Thursday, May 31, 2012

Pastor Sent to Prison for Advocating Spanking

I will admit up front that I know nothing about Aleitheia Bible Church or Pastor Philip Caminiti. I had never even heard of them before reading that Caminiti was sentenced to two years in prison for teaching that spanking is biblical.

Yes, this happened in America. Madison, Wisconsin, to be exact.

Dane County Circuit Judge Maryann Sumi wanted to send a message that "child abuse" would not be tolerated. "What is important to me," she said, "is there was and continues to this day no expression of remorse or repentance for the consequences of those actions, or what the whole chain of events has led the family and the community through."

Again, I will confess to being ignorant of all the facts in the case. Is it possible that there were instances in which parental discipline may have gone too far? Yes, I suppose it is. But keep in mind that the imprisoned pastor was never charged with abusing a child. His "crime" was instructing parents in his congregation to spank their children.

As far as I can tell, no crime was ever committed. Wisconsin law states: "Reasonable discipline may involve only such force as a reasonable person believes is necessary. It is never reasonable discipline to use force which is intended to cause great bodily harm or death or creates an unreasonable risk of great bodily harm or death." I guess it all depends on what a particular court deems "reasonable."

I was reminded of something my own pastor, John Piper, once said about spanking: "I just think spanking is really healthy for children. It is a measured deliverance of a non-damaging act of mild pain that makes the child feel the seriousness of what he's done. It is not beating. It is not abuse. There is a clear difference. The very word "spank" exists because there is such a thing as a loving way to whop a child on his behind or his chunky thigh."

Spanking is "really healthy for children"? There are many people out there who would have a difficult time trying to wrap their minds around that concept. "He's saying parents should hit their children! How barbaric!" Nonsense.

We are designed in such a way that pain actually serves to protect our bodies. The pain a child feels when touching a hot stove keeps his hand from becoming badly burned. Likewise, a quick swat on the bottom can help a disobedient child avoid even worse consequences associated with sinful behavior.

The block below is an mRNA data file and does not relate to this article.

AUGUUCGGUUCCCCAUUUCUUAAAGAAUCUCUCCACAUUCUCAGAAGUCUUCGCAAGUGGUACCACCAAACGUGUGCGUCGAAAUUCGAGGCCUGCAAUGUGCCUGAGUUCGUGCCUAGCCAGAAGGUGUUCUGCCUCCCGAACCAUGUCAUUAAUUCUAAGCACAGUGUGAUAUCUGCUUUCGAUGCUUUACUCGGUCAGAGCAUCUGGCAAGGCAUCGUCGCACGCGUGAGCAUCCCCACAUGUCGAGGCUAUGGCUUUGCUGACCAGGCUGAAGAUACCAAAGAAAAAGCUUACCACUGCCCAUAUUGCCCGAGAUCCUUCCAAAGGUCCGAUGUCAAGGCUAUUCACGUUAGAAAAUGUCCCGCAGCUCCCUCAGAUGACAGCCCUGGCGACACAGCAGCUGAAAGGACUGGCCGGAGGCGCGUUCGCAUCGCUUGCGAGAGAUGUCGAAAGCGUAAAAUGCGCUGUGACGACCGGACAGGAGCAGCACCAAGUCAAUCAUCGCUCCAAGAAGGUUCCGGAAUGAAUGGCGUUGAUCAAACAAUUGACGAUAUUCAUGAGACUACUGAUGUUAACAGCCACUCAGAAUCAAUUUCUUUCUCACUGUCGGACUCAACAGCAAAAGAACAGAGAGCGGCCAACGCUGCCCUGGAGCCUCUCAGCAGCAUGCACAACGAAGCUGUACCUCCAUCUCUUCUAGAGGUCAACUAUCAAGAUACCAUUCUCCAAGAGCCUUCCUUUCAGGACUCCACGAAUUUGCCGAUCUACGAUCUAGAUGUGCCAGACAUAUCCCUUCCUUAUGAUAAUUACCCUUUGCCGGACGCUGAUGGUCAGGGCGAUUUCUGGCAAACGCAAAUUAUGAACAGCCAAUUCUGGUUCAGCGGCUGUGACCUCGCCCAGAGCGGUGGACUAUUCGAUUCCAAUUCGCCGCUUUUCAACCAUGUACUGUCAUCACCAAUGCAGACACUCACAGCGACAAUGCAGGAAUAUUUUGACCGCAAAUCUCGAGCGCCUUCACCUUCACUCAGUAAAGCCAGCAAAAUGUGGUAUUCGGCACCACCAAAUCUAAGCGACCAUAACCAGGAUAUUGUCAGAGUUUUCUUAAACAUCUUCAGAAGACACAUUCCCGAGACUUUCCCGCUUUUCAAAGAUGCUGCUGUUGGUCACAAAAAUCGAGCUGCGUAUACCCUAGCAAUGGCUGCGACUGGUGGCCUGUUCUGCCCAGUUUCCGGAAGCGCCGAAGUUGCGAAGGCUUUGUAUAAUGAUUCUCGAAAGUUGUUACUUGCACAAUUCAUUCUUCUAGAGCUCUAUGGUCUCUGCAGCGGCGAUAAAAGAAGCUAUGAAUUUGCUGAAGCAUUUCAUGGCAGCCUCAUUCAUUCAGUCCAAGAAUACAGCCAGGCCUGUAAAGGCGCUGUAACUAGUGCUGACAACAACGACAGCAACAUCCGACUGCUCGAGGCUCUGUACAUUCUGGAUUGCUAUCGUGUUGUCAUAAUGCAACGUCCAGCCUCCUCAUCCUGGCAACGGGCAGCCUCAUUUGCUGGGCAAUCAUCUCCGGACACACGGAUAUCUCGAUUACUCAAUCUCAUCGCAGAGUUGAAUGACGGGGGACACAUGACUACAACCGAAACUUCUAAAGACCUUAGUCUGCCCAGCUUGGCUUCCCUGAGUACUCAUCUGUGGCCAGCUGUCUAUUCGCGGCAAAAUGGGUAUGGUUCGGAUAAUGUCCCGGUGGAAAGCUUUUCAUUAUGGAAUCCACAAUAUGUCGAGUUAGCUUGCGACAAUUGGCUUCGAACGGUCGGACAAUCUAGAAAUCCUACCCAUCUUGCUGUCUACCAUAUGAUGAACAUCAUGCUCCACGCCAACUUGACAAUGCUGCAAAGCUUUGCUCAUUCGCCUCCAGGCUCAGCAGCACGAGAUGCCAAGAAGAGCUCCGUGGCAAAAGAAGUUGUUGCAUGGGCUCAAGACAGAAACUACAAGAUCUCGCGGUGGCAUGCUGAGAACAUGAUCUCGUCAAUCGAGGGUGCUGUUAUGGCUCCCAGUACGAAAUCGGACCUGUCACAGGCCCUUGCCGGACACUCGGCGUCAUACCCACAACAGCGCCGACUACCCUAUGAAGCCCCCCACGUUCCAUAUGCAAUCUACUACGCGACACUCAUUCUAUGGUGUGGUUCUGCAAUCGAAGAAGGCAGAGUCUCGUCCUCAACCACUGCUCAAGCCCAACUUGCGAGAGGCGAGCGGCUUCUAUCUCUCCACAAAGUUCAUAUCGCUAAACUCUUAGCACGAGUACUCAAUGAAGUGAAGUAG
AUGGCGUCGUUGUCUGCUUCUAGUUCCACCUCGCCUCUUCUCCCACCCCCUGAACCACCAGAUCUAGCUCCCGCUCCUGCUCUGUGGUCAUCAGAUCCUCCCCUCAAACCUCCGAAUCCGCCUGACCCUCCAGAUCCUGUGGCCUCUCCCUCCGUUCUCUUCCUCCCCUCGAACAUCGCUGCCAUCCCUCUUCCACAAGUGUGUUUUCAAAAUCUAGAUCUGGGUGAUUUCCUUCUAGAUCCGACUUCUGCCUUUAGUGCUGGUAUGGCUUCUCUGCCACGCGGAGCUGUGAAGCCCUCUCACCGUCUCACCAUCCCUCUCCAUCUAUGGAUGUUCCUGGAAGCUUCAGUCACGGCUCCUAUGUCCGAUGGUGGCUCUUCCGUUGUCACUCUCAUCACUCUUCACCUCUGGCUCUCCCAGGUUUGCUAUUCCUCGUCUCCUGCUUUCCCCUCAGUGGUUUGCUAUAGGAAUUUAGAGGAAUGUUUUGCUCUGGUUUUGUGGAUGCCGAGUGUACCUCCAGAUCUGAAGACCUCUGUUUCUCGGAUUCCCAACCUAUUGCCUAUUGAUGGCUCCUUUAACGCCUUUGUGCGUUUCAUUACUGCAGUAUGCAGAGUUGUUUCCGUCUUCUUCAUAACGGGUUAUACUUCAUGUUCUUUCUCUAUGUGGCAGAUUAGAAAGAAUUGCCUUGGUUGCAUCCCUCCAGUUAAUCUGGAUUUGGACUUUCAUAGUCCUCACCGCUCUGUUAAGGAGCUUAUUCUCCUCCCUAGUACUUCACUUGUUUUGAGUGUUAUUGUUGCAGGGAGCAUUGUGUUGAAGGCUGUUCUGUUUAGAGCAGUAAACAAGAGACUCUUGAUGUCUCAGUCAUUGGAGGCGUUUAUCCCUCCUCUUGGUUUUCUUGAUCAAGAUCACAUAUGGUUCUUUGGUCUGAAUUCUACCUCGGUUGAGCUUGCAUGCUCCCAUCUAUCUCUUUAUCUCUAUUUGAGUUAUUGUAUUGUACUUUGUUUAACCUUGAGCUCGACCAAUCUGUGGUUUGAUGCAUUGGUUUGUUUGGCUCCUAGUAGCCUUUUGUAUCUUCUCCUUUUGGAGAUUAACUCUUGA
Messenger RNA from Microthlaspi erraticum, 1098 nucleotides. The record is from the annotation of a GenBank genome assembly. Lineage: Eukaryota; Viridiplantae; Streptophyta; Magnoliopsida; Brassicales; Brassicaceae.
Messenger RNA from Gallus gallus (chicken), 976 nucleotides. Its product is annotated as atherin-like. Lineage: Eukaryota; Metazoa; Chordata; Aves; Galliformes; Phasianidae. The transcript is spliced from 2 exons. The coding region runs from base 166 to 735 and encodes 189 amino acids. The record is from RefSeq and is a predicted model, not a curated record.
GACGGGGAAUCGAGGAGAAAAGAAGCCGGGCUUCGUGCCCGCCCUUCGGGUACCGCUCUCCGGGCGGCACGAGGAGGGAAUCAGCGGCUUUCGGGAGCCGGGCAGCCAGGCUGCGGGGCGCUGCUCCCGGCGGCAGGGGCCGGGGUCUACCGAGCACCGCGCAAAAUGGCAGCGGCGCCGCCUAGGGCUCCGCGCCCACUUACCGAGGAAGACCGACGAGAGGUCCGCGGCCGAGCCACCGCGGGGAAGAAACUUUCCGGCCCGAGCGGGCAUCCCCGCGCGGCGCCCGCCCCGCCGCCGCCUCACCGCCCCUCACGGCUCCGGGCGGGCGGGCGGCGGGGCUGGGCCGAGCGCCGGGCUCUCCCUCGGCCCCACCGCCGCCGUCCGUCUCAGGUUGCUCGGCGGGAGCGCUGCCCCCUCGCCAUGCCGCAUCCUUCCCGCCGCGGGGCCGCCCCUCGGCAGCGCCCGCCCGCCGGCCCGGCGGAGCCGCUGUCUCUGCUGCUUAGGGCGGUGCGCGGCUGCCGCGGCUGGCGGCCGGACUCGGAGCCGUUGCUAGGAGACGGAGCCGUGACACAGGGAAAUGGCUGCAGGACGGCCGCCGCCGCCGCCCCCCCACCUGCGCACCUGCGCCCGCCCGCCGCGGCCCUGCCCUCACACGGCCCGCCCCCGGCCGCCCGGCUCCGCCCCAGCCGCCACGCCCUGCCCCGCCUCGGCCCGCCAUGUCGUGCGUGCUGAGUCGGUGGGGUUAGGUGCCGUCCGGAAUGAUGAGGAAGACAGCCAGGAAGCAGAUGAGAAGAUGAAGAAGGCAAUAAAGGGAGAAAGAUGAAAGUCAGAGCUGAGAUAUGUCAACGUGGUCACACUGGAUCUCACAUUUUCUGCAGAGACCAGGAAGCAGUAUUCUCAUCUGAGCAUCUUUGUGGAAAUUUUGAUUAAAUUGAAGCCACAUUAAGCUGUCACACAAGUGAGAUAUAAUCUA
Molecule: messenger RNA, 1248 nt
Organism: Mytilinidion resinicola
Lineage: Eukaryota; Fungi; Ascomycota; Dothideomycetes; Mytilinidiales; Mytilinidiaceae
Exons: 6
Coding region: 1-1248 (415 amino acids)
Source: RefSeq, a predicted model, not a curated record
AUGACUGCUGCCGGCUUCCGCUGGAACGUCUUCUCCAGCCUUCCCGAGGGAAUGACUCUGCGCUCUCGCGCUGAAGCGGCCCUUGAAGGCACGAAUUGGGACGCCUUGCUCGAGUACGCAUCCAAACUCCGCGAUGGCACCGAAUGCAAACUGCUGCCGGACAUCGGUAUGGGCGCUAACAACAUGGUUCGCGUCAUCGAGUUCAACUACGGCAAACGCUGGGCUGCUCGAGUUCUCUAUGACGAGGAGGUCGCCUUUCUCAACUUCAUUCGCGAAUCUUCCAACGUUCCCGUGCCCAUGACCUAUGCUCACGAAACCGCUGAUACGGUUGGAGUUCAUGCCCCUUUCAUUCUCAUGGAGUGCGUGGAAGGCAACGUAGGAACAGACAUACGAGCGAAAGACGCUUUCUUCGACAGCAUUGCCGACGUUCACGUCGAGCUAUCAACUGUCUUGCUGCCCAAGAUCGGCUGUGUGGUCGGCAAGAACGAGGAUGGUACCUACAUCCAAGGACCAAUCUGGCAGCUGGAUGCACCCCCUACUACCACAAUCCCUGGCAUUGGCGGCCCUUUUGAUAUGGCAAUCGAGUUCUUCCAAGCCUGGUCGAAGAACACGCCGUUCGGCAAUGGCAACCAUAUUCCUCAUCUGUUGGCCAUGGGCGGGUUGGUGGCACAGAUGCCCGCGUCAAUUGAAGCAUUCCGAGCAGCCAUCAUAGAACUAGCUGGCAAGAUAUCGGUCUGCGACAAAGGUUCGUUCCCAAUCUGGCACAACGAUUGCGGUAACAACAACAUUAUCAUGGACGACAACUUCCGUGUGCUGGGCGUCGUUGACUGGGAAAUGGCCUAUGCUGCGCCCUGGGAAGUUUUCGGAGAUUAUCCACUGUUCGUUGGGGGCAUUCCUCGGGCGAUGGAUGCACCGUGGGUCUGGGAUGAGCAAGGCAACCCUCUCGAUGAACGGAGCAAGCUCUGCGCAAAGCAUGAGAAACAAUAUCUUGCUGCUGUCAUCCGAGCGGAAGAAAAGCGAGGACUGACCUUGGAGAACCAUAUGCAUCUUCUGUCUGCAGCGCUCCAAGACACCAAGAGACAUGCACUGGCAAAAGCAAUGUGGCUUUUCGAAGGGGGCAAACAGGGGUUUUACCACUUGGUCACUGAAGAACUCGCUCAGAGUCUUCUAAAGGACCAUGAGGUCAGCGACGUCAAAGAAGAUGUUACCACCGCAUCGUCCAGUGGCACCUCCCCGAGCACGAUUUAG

This is a very important issue, and what has happened in Wisconsin should concern Christians everywhere. What many fathers and mothers consider to be a normal, biblical part of parenting could be reason enough for the state to tear them away from their children and throw them into prison.

But, then again, this is a nation that has little use for scriptural truth. What else would we expect?

Friday, May 25, 2012

This Week in Calvinism - May 25, 2012

Friday, May 18, 2012

This Week in Calvinism - May 18, 2012

Wednesday, May 16, 2012

Friday, May 11, 2012

This Week in Calvinsim - May 11, 2012

Friday, May 04, 2012

This Week in Calvinism - May 4, 2012

  • Calvinist pastor Chris Roberts has introduced a resolution for consideration at the Southern Baptist Convention annual meeting seeking unity in spite of theological differences.

  • Greg Forster, author of The Joy of Calvinism, has written a series of articles on evangelicals in politics for Public Discourse. (part 1, part 2, part 3)

  • Relevant features a "debate" on Calvinism in the form of interviews with Michael Horton and Roger Olson.

  • I appreciate an article critical of Joel Osteen as much as the next guy, and this article in Salon makes some pretty good points. But was it really necessary to attack Calvinism in the process? The author writes: "Osteen's serene depictions of God's eternally uptending designs for the fates of individual believers are a sort of inverted Calvinism. Where the Puritan forebears of today's Protestant scene beheld a terrible, impersonal Creator whose rigid system of eternal reward and punishment dispatched many an infant and solemn believer to the pit of damnation, Osteen's God is an intensely personal presence, guiding believers out of pitfalls into inevitable glory and joy — not so much a raging Patriarch as a genial cruise director." That kind of ignorance lends little to journalistic credibility.

  • The gospel shines brighter through the lens of the doctrines of grace.
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